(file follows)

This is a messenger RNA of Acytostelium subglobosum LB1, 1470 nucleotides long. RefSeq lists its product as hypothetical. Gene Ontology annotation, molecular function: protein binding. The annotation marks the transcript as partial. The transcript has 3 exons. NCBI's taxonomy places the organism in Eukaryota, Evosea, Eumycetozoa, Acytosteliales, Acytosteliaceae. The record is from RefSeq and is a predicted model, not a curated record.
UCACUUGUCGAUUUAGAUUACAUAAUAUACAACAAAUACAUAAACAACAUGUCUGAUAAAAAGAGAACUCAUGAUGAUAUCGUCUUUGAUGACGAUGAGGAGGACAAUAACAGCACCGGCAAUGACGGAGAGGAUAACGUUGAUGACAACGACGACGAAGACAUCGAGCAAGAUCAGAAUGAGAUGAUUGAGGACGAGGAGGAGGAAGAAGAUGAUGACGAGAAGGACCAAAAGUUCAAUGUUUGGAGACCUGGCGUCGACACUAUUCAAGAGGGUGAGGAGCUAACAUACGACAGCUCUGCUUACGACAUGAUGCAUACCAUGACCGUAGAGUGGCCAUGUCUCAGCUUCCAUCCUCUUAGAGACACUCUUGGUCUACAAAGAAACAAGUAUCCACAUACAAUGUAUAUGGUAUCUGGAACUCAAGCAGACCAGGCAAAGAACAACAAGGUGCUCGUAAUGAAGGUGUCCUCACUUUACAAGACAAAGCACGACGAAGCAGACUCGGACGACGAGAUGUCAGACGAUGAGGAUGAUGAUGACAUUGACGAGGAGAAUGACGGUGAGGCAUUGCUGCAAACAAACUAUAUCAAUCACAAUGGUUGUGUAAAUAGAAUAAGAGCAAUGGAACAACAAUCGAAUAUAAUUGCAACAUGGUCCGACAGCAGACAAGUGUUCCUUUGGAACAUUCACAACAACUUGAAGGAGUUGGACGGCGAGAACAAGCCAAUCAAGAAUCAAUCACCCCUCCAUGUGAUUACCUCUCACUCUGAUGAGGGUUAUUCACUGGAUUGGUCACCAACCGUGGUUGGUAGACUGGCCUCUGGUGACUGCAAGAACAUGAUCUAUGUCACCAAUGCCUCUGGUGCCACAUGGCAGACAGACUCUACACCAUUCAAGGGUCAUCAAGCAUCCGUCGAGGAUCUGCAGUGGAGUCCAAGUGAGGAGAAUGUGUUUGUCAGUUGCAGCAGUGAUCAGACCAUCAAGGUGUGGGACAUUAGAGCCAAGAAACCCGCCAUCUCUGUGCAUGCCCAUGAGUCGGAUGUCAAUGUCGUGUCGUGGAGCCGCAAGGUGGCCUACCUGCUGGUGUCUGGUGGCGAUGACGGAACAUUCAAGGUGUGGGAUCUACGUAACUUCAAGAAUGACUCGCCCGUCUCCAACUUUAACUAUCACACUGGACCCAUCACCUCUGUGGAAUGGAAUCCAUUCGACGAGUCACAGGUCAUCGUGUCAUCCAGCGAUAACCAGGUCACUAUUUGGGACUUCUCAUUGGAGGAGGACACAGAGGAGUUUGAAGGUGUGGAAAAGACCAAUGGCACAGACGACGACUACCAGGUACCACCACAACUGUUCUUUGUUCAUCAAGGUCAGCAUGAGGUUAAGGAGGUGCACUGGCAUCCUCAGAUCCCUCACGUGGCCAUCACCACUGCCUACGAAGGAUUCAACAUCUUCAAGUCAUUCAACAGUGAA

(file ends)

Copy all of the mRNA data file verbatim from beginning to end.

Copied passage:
This is a messenger RNA of Acytostelium subglobosum LB1, 1470 nucleotides long. RefSeq lists its product as hypothetical. Gene Ontology annotation, molecular function: protein binding. The annotation marks the transcript as partial. The transcript has 3 exons. NCBI's taxonomy places the organism in Eukaryota, Evosea, Eumycetozoa, Acytosteliales, Acytosteliaceae. The record is from RefSeq and is a predicted model, not a curated record.
UCACUUGUCGAUUUAGAUUACAUAAUAUACAACAAAUACAUAAACAACAUGUCUGAUAAAAAGAGAACUCAUGAUGAUAUCGUCUUUGAUGACGAUGAGGAGGACAAUAACAGCACCGGCAAUGACGGAGAGGAUAACGUUGAUGACAACGACGACGAAGACAUCGAGCAAGAUCAGAAUGAGAUGAUUGAGGACGAGGAGGAGGAAGAAGAUGAUGACGAGAAGGACCAAAAGUUCAAUGUUUGGAGACCUGGCGUCGACACUAUUCAAGAGGGUGAGGAGCUAACAUACGACAGCUCUGCUUACGACAUGAUGCAUACCAUGACCGUAGAGUGGCCAUGUCUCAGCUUCCAUCCUCUUAGAGACACUCUUGGUCUACAAAGAAACAAGUAUCCACAUACAAUGUAUAUGGUAUCUGGAACUCAAGCAGACCAGGCAAAGAACAACAAGGUGCUCGUAAUGAAGGUGUCCUCACUUUACAAGACAAAGCACGACGAAGCAGACUCGGACGACGAGAUGUCAGACGAUGAGGAUGAUGAUGACAUUGACGAGGAGAAUGACGGUGAGGCAUUGCUGCAAACAAACUAUAUCAAUCACAAUGGUUGUGUAAAUAGAAUAAGAGCAAUGGAACAACAAUCGAAUAUAAUUGCAACAUGGUCCGACAGCAGACAAGUGUUCCUUUGGAACAUUCACAACAACUUGAAGGAGUUGGACGGCGAGAACAAGCCAAUCAAGAAUCAAUCACCCCUCCAUGUGAUUACCUCUCACUCUGAUGAGGGUUAUUCACUGGAUUGGUCACCAACCGUGGUUGGUAGACUGGCCUCUGGUGACUGCAAGAACAUGAUCUAUGUCACCAAUGCCUCUGGUGCCACAUGGCAGACAGACUCUACACCAUUCAAGGGUCAUCAAGCAUCCGUCGAGGAUCUGCAGUGGAGUCCAAGUGAGGAGAAUGUGUUUGUCAGUUGCAGCAGUGAUCAGACCAUCAAGGUGUGGGACAUUAGAGCCAAGAAACCCGCCAUCUCUGUGCAUGCCCAUGAGUCGGAUGUCAAUGUCGUGUCGUGGAGCCGCAAGGUGGCCUACCUGCUGGUGUCUGGUGGCGAUGACGGAACAUUCAAGGUGUGGGAUCUACGUAACUUCAAGAAUGACUCGCCCGUCUCCAACUUUAACUAUCACACUGGACCCAUCACCUCUGUGGAAUGGAAUCCAUUCGACGAGUCACAGGUCAUCGUGUCAUCCAGCGAUAACCAGGUCACUAUUUGGGACUUCUCAUUGGAGGAGGACACAGAGGAGUUUGAAGGUGUGGAAAAGACCAAUGGCACAGACGACGACUACCAGGUACCACCACAACUGUUCUUUGUUCAUCAAGGUCAGCAUGAGGUUAAGGAGGUGCACUGGCAUCCUCAGAUCCCUCACGUGGCCAUCACCACUGCCUACGAAGGAUUCAACAUCUUCAAGUCAUUCAACAGUGAA